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D.F. Goldberg, H.D. Cavanagh, W. Bowman, P. Kelley, D. Parmar, M. Petroll, S.M. Verity, J.P. McCulley; Keratocyte Response Following INTACS®, Intracorneal Lens Inserts, and Flap Creation by Femtosecond Laser Ablation (Intralase®) for LASIK . Invest. Ophthalmol. Vis. Sci. 2005;46(13):2171.
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© ARVO (1962-2015); The Authors (2016-present)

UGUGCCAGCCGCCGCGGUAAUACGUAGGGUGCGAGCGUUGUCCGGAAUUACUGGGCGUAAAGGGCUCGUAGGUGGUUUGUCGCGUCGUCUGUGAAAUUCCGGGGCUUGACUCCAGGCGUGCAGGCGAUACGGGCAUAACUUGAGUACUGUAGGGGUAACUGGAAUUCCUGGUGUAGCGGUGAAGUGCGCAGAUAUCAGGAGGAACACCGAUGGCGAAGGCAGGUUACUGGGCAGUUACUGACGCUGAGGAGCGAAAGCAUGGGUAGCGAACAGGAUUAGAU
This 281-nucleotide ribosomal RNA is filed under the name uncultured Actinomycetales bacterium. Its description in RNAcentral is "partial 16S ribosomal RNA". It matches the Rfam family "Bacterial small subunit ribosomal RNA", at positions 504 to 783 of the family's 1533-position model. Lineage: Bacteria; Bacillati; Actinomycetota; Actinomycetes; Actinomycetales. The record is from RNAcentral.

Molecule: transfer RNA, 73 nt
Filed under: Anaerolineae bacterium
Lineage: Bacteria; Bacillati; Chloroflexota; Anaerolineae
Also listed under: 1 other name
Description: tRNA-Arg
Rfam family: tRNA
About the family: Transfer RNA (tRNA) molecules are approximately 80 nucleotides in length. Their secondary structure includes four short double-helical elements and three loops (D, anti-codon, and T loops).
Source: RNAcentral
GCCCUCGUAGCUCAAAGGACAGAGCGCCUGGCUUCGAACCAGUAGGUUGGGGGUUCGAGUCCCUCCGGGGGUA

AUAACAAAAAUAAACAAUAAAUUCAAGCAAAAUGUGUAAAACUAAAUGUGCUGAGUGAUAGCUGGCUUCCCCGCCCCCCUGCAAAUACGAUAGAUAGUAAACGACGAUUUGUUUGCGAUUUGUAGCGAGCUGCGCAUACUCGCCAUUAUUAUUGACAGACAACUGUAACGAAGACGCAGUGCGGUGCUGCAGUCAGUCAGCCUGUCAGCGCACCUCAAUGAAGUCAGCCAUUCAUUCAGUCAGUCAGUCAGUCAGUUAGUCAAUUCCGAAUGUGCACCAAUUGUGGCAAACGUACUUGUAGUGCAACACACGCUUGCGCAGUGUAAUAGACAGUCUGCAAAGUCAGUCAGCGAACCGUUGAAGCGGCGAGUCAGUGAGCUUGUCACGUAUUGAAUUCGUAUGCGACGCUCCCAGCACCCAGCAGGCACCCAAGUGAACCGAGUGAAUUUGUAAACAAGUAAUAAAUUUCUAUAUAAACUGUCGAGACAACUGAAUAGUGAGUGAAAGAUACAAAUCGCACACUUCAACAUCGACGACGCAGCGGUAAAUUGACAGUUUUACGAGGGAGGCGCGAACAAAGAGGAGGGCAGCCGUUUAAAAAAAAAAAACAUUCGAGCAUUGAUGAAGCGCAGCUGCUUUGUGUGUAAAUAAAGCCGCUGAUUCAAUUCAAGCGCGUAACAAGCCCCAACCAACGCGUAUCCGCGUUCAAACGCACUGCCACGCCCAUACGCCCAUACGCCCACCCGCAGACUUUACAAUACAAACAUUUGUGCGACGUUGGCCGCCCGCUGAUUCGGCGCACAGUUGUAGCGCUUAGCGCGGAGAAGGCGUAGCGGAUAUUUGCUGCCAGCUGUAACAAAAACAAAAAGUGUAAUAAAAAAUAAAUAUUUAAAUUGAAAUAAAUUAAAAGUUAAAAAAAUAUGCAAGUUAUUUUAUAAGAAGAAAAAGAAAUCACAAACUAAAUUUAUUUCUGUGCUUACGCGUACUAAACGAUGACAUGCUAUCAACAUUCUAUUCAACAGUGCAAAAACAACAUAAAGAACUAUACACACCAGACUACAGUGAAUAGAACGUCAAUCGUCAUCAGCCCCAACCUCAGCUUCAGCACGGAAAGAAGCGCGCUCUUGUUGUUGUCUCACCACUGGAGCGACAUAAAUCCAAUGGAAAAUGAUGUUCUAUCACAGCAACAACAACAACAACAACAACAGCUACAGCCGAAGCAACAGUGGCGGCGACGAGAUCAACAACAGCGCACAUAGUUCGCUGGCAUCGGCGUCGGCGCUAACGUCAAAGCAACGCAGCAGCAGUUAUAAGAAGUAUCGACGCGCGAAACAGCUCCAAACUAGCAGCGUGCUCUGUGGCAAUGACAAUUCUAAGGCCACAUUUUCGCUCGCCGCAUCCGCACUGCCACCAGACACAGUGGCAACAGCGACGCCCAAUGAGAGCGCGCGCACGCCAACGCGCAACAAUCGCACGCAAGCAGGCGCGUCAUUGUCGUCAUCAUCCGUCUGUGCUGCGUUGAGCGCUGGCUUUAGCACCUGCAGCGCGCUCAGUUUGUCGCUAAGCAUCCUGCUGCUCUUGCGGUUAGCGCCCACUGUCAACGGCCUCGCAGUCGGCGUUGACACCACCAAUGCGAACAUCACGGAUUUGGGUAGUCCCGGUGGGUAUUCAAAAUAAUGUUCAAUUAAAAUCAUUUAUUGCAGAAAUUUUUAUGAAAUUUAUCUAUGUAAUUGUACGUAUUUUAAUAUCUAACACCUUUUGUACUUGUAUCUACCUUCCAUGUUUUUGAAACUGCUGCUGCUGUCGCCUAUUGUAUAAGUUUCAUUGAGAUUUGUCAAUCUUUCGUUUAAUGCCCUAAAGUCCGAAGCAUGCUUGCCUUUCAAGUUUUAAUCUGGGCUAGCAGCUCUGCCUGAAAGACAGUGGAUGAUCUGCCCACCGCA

Purpose: Several different surgical techniques have emerged in recent years which rely on either mechanical stress (e.g INTACS), tissue removal (e.g. LASIK) or tissue addition (e.g. intracorneal lens inserts) to correct refractive errors. The purpose of this study was to compare the corneal response to these insults using in vivo confocal microscopy. Methods: A total of 14 patients (17 eyes) were evaluated: 5 eyes that had undegone LASIK with flap creation by Intralase® (3–4 months post–op), 7 eyes with intracorneal lens inserts (PermaVision®, 1–6 months post–op), and 5 patients with INTACS® (5 years post–op). Tandem scanning confocal microscopy (TSCM) was used to measure epithelial thickness, and identify morphologic changes in the corneal stroma following these procedures. Results: TSCM identified keratocyte activation and deposition of extracellular matrix (fibrosis) in two of five eyes that had undergone LASIK with Intralase®; the other three eyes had interface particles but no cell activation or detectible ECM deposition. Interestingly, the patient with the largest amount of fibrosis (40 *m thick) also exhibited delayed light sensitivity syndrome clinically. Following intracorneal lens insertion, 4 of 7 eyes had keratocyte activation and fibrosis adjacent to both the anterior and posterior surface of the implant. Interestingly, epithelial thickness was reduced in these patients as compared to the Intralase® patients (34.8 + 6.4 *m vs. 45.2 + 6.4 *m, p < 0.05). Following long–term use of INTACS, abnormal ECM deposition (haze) was observed in varying degrees in all five patients adjacent to the implant. Interestingly, bright, crystal–like structures consistent with lipid deposition were also observed in three patients. Conclusions: Both Intralase® and intracorneal lens insertion can induce keratocyte activation and ECM deposition in some patients; in general this response is greater than that previously observed following traditional LASIK, consistent with clinical observations of haze and/or delayed light sensitivity in some cases. In addition to ECM deposition, long–term mechanical perturbation following INTACS appears to result in lipid synthesis by corneal keratocytes in a subset of patients.
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